THE WRITTEN WORD
A Good Question
The other day my sweet, wonderful daughter sighed, ‘Mom, I spend so much time learning how to relate to neuro typical people. How come they don’t spend time learning how to relate to me?’
A neuro typical person, or an NT, is someone who is not on the autism spectrum. Some people might call them ‘normal’. My daughter and I just call them different from us. We are aspies. Normal is relative.
It’s funny she asked me that question, because just last week I was wondering the same thing. Wouldn’t it be a wonderful world if there were a class in school, from the very beginning, where people learned what it means to be autistic in a world where we are the minority? How it feels. Why we act the way we do. Why we get overwhelmed. Why we get so nervous and exhausted trying to be social. Why we have a hard time understanding what NT’s find easy. And why we find easy what NT’s can’t understand. Why we just don’t seem to see eye to eye.
What a wonderful world that would be. And, wouldn’t it be beautiful if people didn’t only choose to spend time with those who were more like themselves, but also made room to socialize with the folks many people brush aside? And not just ‘to be nice’. But, to truly enjoy the differences we all have. I’m not saying we all have to be BEST friends or spend tons and tons of time together. But…friends. Why can’t we be friends?
I asked my gal, ‘What would you want people to know? What would you teach people about folks with aspergers?’ She mostly spoke of her social difficulties. How she gets nervous around people she doesn’t know and tends to go silent. That she has a difficult time starting conversations and prefers NT’s to get the conversation going and she’ll follow. That just because she’s quiet and has a hard time making conversation doesn’t mean she doesn’t WANT to talk and socialize. She just doesn’t know how. She very much wants friends. And she wants to try new things. She is just afraid. Afraid to be laughed at. Afraid to get pushed aside.
When you’ve been pushed away so many times, you start to expect it. You expect not to be liked. To be either ignored or laughed at. So, any attempt you’ve made at learning how to be ‘like everyone else’ is generally met with a crashing fail. We just can’t wrap our heads around what it means to be ‘typical’. We try. God knows we try. I remember trying so hard to be like everyone else when I was in middle and high school. I just couldn’t follow. And, kids would get so annoyed and even angry with me, and I could never figure out what I did or what about me was so bothersome.
For years I have ‘role played’ with my gal to try to help her with communication skills. Not that mine are great, mind you. But I have age on my side and acquired knowledge, and I wanted her school experience to be better than mine. I’ve written lists for her with all kinds of ‘do this’ and ‘don’t do that’. I’ve bought her books and assigned chapters for her to read then talk to me about. We’ve talked, screamed, cried, and stewed at each other. All in the name of ‘help’. In the name of ‘I wish someone had done this for me’.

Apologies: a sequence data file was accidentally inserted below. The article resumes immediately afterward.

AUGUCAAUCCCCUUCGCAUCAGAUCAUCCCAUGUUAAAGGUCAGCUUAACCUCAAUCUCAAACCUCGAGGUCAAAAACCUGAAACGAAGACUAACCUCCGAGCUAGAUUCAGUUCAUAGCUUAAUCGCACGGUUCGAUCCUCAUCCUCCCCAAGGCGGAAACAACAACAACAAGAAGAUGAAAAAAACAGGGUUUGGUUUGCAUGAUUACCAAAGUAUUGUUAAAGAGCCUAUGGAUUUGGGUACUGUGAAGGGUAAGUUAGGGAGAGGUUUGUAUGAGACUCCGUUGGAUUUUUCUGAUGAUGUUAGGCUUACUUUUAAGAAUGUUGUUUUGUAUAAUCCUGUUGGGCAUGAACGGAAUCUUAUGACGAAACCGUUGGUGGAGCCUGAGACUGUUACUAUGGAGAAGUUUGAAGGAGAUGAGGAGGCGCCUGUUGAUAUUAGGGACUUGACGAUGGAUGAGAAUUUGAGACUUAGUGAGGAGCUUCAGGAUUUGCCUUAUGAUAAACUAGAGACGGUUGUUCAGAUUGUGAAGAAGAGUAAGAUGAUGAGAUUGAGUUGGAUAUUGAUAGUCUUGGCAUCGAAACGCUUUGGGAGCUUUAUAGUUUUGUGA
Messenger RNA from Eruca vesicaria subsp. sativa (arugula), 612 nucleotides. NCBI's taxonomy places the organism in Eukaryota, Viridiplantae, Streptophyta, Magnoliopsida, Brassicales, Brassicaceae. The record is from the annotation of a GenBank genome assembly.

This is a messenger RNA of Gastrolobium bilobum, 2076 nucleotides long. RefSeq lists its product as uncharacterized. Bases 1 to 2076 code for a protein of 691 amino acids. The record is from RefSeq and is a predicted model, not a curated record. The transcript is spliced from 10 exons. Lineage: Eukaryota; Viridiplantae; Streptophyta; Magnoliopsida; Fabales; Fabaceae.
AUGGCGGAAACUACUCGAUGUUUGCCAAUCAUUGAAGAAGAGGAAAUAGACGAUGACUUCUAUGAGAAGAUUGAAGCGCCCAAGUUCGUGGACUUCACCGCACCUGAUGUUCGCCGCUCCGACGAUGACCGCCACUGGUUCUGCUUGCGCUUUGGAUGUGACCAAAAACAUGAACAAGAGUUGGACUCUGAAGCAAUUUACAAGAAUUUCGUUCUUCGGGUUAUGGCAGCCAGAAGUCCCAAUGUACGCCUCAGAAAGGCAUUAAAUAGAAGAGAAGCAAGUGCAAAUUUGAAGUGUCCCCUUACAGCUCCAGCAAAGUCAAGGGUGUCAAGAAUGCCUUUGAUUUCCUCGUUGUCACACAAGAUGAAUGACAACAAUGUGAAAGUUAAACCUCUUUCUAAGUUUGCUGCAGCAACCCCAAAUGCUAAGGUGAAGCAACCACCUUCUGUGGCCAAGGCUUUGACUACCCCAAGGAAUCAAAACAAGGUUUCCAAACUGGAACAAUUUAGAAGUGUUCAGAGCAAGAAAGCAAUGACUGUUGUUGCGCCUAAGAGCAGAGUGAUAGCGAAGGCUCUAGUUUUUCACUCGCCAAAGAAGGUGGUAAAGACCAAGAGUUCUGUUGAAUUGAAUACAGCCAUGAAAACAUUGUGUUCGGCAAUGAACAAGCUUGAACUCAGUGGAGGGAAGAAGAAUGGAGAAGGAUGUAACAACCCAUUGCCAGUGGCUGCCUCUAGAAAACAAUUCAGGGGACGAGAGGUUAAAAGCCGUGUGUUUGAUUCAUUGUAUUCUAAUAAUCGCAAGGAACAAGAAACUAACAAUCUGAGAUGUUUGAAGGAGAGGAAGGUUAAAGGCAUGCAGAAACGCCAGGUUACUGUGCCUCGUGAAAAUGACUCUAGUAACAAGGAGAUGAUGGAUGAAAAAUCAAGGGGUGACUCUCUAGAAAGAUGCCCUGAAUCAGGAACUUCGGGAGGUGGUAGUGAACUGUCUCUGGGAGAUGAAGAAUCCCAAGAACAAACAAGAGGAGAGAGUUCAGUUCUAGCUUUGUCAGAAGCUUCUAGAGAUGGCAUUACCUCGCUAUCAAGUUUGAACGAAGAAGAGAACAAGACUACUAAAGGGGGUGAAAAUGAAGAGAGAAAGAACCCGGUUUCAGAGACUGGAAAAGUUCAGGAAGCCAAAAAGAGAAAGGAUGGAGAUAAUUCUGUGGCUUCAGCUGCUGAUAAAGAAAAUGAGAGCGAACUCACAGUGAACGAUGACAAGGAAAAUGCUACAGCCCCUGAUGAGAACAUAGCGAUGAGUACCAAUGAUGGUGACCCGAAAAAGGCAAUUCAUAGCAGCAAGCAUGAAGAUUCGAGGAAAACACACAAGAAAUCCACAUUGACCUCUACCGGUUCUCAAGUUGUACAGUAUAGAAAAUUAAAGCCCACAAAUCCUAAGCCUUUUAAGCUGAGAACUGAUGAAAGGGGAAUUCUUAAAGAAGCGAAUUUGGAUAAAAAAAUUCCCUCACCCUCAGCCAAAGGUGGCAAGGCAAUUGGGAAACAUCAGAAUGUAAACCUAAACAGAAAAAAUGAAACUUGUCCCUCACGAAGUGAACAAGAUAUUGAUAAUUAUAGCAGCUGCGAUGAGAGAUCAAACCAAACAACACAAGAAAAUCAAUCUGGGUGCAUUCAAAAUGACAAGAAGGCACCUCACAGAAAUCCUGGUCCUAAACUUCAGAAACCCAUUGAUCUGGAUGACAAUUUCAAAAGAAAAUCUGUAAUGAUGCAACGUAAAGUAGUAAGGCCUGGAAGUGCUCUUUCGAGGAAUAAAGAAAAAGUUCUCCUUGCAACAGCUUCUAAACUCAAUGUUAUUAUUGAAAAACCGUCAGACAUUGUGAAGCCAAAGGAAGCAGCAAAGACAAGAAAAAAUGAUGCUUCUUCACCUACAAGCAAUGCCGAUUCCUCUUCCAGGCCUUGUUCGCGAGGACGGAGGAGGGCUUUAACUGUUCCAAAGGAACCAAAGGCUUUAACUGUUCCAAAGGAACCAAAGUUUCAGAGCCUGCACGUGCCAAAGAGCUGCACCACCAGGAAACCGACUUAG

Then a few days ago, I got a firm pulling. A thought that took over.
‘Who is Lilly?’
She’s my daughter. My first born. And she’s an aspie.
‘But, who IS she?’
Lilly. My Lilly. My baby. She’s the amazing girl who made me a mom. She’s the kid with the fabulous, thick curly hair. The gal with the perfect freckles. She has an amazing voice. An actress. She has the best sense of humor. She laughs and smiles most of the day. She sings constantly. The young lady who just got her license and her first job. Someone who can teach herself how to play virtually any musical instrument. She loves cats. She’s a gamer. Loves transformer movies and Harry Potter. An unbelievable artist. A loyal friend. A pizza lover. A gecko mom. A gal who loves school and loves to learn. She loves to read AND write books. A kid who LOVES combing the beach for shells. Loves body surfing in the waves. She enjoys walking in the woods with our dog. She loves frogs, lizards, and snakes. She stands up for the underdog and social justice. Likes funky clothes and big, big earrings. She’s a kid worth getting to know.
Then my next thought came crashing in…My girl is a kid worth getting to know. Just the way she is.
I think there is a fine line between trying to help someone fit in and trying to change them. And, I don’t think my ‘help’ has been very helpful. My girl is awesome. I don’t want her to change.
Folks like Lilly shouldn’t have to exert so much energy trying to fit in. We are made for more than just fitting in. We are made for relationship. Just like any other person. We are worth it. All of us. And, I truly feel like the folks who actually try to get to know us spectrum people, who really do take the ‘not so easy path’ of spending extra time and energy to really know us…well…those people are a truly special breed sent by God. There is no other explanation. It certainly takes a little extra effort. But, that effort is absolutely not lost to us. We see it. We may not be able to see subtle social cues, but we see that extra intention. And, to people who generally aren’t invited to parties, or the popular kid hang outs, or the big pre-dance photo shoot. That effort is everything. It’s love. And everyone deserves to feel loved.
Every kid is worth the extra effort. Every kid is worth getting to know.
Kristen Feighery is a self-taught folk artist, originally from southeastern Kentucky. She spends her days painting anything not nailed down (and some things that are), chauffeuring one daughter to sporting events, having tea parties with the other, and writing a blog. She's also married to a rather large Irishman and has a pub in her house. Really.